My clients often expect me to turn up with a large harp, the sort of harp you see in an orchestra, they are often wondering how I’m going to get it in the building, and they are surprised when I arrive with my small therapy harps. Many people have not seen this type of harp before.
Therapy harps are very different to the orchestral harp. The concert harps have seven pedals around the bottom that are used to change the key so players need very good hand and foot co-ordination. It means they have more scope to play tunes in different keys, but they’re not practical for my type of work.
The therapy harp has been around since the 1970s, and is basically a small harp, and can be called a small harp or a lap harp or a therapy harp, it’s basically the same thing. Some of them have levers at the top which enables the player to change the key.
The therapy harp is light weight and can be worn with a strap which enables the harp to be played while walking around, which is perfect for bringing music to people in a large lounge especially if they may have visual or hearing impairments.
A colleague in the therapeutic harp community from America plays using a strap and walks around hospital corridors allowing the live harp music to float into many rooms and nursing stations, bringing the music to more people. The music changes the atmosphere and can bring a bit of release to patients and loved ones dealing with hospital admission and treatment.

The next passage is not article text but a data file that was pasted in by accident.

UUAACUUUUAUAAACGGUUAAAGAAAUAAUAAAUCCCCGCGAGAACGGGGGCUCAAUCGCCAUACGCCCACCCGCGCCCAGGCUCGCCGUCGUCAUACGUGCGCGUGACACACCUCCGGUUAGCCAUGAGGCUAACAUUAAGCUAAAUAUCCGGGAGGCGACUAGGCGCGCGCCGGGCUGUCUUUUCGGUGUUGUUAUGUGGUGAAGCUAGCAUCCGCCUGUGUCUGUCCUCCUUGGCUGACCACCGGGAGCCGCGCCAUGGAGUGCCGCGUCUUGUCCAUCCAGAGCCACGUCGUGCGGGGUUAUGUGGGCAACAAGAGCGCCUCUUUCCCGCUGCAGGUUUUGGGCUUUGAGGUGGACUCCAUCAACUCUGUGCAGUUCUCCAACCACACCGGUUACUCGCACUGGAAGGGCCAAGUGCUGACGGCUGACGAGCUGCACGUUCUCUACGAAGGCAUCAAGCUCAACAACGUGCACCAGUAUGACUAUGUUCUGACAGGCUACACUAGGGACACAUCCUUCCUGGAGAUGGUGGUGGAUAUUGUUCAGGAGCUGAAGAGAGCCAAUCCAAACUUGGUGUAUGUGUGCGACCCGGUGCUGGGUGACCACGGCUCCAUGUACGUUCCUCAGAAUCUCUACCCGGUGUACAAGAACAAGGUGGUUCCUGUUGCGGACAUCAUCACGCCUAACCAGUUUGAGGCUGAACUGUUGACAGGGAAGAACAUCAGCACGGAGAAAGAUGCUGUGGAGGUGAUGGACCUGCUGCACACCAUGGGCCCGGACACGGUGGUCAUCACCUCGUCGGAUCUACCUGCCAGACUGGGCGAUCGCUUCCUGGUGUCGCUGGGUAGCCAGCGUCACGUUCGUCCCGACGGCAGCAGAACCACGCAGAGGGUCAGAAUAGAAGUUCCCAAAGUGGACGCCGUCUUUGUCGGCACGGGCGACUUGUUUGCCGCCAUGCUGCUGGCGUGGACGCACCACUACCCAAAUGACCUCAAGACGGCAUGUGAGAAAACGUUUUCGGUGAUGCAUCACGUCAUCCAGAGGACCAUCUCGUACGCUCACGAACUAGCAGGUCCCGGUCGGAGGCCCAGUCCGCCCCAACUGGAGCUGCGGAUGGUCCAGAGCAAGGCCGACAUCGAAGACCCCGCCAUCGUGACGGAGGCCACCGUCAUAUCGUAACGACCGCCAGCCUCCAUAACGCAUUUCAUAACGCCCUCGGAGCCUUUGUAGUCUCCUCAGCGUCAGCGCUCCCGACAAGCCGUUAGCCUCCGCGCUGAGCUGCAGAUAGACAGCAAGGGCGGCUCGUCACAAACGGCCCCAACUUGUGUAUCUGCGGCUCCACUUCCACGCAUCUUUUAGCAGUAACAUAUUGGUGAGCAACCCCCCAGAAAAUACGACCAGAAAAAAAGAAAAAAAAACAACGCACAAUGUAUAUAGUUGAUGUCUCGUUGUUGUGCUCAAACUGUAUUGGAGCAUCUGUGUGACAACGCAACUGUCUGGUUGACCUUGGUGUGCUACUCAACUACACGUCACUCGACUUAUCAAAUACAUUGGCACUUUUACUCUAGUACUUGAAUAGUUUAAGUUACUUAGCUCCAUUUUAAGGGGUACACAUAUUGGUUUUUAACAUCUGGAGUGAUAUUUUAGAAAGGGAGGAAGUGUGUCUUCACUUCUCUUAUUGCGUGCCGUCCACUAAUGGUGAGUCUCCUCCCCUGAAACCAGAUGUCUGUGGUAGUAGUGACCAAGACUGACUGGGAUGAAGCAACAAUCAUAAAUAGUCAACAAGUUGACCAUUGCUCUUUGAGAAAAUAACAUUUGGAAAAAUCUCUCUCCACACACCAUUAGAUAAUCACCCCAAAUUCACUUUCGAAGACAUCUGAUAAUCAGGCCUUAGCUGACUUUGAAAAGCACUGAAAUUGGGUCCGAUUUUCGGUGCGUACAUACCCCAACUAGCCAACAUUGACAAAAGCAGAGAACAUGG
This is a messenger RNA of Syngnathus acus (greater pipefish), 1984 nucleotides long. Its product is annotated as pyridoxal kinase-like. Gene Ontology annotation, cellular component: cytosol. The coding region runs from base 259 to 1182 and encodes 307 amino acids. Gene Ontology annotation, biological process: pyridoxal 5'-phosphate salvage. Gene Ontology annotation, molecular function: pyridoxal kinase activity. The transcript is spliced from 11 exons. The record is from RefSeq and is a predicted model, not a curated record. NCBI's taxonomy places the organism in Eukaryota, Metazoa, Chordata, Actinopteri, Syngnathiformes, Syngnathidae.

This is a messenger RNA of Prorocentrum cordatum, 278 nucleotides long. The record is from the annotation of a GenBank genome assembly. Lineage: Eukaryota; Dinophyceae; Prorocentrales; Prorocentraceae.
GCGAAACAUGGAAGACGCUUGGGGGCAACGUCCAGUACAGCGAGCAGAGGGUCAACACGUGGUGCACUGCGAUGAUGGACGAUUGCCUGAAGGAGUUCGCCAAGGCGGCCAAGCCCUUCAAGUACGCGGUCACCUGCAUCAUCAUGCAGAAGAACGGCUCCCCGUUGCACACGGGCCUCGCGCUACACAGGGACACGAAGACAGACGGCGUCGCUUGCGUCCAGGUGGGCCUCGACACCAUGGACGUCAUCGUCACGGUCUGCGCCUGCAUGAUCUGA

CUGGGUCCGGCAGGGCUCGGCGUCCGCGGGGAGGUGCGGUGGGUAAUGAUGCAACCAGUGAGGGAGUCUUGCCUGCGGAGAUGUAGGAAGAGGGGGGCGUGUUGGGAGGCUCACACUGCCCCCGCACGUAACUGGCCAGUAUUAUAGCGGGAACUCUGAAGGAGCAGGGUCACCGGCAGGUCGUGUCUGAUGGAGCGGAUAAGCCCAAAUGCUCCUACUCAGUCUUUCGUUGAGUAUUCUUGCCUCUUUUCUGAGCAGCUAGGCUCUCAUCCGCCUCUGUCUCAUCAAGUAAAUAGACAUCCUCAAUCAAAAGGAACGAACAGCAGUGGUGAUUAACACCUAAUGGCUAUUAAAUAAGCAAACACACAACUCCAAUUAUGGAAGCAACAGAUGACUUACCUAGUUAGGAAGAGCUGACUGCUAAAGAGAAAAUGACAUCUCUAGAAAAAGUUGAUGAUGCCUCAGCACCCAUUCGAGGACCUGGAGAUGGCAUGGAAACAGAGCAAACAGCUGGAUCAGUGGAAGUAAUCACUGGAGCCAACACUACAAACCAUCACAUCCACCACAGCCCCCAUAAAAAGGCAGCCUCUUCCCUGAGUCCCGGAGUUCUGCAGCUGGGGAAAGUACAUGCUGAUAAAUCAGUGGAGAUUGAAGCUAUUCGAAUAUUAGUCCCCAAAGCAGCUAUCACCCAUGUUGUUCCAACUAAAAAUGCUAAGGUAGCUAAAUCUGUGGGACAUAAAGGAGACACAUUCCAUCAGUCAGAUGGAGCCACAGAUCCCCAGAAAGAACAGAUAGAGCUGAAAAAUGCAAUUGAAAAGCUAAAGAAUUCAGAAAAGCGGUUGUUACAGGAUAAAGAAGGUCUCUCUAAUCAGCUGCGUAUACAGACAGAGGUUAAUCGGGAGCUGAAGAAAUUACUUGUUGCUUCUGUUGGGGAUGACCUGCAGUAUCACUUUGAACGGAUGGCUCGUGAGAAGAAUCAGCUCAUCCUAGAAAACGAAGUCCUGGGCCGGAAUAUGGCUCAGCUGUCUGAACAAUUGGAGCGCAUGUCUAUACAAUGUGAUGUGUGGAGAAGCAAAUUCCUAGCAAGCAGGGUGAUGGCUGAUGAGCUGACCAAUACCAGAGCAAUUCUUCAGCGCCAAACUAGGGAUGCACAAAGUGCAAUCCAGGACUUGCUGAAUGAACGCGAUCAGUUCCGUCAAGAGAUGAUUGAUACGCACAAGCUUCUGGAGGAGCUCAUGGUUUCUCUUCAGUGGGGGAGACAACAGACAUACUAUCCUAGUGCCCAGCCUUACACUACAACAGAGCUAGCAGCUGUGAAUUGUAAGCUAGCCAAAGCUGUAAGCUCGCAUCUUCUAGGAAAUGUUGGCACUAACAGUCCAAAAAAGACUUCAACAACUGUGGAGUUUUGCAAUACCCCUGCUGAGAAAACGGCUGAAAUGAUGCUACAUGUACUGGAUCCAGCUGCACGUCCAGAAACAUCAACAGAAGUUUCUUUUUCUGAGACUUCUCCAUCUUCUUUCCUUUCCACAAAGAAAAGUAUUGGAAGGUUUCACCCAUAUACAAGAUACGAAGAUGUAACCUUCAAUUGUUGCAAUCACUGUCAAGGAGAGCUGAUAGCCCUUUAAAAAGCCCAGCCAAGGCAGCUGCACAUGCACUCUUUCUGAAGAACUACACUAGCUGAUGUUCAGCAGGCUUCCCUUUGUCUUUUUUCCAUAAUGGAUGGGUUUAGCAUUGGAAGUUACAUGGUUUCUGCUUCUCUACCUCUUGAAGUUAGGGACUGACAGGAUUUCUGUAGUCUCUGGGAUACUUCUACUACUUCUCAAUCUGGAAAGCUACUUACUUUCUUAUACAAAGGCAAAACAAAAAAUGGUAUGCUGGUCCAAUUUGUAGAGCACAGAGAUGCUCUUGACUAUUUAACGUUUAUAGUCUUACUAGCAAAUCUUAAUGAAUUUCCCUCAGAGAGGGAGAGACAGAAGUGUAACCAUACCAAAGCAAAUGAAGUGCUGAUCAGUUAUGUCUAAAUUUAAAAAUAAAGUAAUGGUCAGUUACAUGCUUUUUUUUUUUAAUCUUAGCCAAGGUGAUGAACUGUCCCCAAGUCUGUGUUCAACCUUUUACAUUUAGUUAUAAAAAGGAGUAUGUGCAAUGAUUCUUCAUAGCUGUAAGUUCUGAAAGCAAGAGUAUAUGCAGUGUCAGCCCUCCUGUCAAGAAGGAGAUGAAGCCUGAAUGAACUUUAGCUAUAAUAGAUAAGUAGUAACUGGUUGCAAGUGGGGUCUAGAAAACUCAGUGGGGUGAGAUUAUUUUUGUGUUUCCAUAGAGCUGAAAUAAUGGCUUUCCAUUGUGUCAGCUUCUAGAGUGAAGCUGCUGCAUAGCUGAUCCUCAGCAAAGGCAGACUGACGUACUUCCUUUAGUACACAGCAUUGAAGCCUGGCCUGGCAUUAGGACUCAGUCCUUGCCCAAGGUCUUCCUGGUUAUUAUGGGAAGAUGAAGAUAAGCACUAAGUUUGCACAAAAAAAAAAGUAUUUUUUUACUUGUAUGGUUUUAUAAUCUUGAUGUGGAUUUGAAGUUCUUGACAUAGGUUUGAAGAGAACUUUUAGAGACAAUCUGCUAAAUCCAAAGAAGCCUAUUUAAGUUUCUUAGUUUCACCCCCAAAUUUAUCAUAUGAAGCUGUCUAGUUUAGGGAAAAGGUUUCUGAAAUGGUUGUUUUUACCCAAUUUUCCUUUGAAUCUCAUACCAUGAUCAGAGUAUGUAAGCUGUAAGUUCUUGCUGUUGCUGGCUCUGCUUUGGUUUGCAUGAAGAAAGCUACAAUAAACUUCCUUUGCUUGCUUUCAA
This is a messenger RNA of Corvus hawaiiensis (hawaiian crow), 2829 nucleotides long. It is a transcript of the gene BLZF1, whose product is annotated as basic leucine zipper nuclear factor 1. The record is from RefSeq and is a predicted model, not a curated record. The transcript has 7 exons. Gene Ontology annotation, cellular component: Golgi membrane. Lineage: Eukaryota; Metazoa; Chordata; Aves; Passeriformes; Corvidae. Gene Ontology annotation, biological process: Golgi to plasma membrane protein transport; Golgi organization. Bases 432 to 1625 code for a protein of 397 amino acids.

Such light weight harps can be played in bed, in wheelchairs and on the floor, so they are really accessible and the way of playing can be adapted to meet the clients physical abilities. Playing the harp on the floor works really well with young children, and playing in bed is great for anyone that is unable to get out of bed.
These harps are ideal for harp circles too, where a group of people create music together. I have a choice of straps and knee sticks to stabilise the harp, so players in my harp circles can choose how they would like to position the harp in the way that is most comfortable for them.
The harp rests on the shoulder and is either supported by the strap of the knee stick, it’s light and allows the player to easily reach all the notes on the harp.
Harp circles are inclusive, they enable participants to be able to do one little part and be part of a whole group making music. They are uplifting, enjoyable and accessible allowing everyone to take part in some way regardless of challenges or ability.
Harp playing can relax, energise and sooth and can contribute to healing for the youngest of children to the oldest of adults. Music releases emotional pain, increases interaction, builds self esteem, improves short term memory and attention span, and relieves stress.
Harp circles allow people to enjoy making music, there is no right or wrong way, and we are all musical, there is no wrong note. Harp circles can incorporate different goals, somebody who has just had a stroke and is able to get their hand to the harp and play a note has achieved. Somebody who has a brain injury and is able to concentrate and take part in the group is successful.
Everybody has different goals and outcomes, but everybody plays a little bit and we create a whole tune together.
Please get in touch to discuss your clients’ requirements.